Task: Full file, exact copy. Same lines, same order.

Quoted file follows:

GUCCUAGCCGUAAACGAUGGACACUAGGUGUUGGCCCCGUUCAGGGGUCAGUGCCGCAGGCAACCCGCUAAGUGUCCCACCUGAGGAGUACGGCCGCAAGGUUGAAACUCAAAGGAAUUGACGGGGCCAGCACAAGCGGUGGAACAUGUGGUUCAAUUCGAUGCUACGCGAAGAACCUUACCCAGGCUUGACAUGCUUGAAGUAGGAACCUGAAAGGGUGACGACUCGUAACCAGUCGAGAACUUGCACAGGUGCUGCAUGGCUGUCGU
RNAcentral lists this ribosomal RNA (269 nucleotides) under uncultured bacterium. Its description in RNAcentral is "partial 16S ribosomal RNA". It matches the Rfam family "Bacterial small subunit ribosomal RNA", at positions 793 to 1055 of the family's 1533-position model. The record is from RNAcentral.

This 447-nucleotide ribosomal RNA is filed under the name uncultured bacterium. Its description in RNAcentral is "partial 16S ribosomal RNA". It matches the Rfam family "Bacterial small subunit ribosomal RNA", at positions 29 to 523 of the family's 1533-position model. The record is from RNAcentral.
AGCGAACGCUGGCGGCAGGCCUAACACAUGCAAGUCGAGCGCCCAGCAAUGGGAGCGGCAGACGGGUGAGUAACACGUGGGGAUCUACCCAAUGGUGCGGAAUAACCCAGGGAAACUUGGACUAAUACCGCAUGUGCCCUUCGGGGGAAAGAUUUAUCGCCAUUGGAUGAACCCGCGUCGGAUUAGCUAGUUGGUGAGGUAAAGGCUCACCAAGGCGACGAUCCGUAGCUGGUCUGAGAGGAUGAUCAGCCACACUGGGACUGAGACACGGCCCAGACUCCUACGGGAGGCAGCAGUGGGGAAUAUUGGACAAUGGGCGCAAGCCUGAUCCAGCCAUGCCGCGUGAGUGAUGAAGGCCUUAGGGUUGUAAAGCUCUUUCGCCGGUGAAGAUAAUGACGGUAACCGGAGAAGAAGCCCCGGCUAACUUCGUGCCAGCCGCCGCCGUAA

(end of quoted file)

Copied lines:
GUCCUAGCCGUAAACGAUGGACACUAGGUGUUGGCCCCGUUCAGGGGUCAGUGCCGCAGGCAACCCGCUAAGUGUCCCACCUGAGGAGUACGGCCGCAAGGUUGAAACUCAAAGGAAUUGACGGGGCCAGCACAAGCGGUGGAACAUGUGGUUCAAUUCGAUGCUACGCGAAGAACCUUACCCAGGCUUGACAUGCUUGAAGUAGGAACCUGAAAGGGUGACGACUCGUAACCAGUCGAGAACUUGCACAGGUGCUGCAUGGCUGUCGU
RNAcentral lists this ribosomal RNA (269 nucleotides) under uncultured bacterium. Its description in RNAcentral is "partial 16S ribosomal RNA". It matches the Rfam family "Bacterial small subunit ribosomal RNA", at positions 793 to 1055 of the family's 1533-position model. The record is from RNAcentral.

This 447-nucleotide ribosomal RNA is filed under the name uncultured bacterium. Its description in RNAcentral is "partial 16S ribosomal RNA". It matches the Rfam family "Bacterial small subunit ribosomal RNA", at positions 29 to 523 of the family's 1533-position model. The record is from RNAcentral.
AGCGAACGCUGGCGGCAGGCCUAACACAUGCAAGUCGAGCGCCCAGCAAUGGGAGCGGCAGACGGGUGAGUAACACGUGGGGAUCUACCCAAUGGUGCGGAAUAACCCAGGGAAACUUGGACUAAUACCGCAUGUGCCCUUCGGGGGAAAGAUUUAUCGCCAUUGGAUGAACCCGCGUCGGAUUAGCUAGUUGGUGAGGUAAAGGCUCACCAAGGCGACGAUCCGUAGCUGGUCUGAGAGGAUGAUCAGCCACACUGGGACUGAGACACGGCCCAGACUCCUACGGGAGGCAGCAGUGGGGAAUAUUGGACAAUGGGCGCAAGCCUGAUCCAGCCAUGCCGCGUGAGUGAUGAAGGCCUUAGGGUUGUAAAGCUCUUUCGCCGGUGAAGAUAAUGACGGUAACCGGAGAAGAAGCCCCGGCUAACUUCGUGCCAGCCGCCGCCGUAA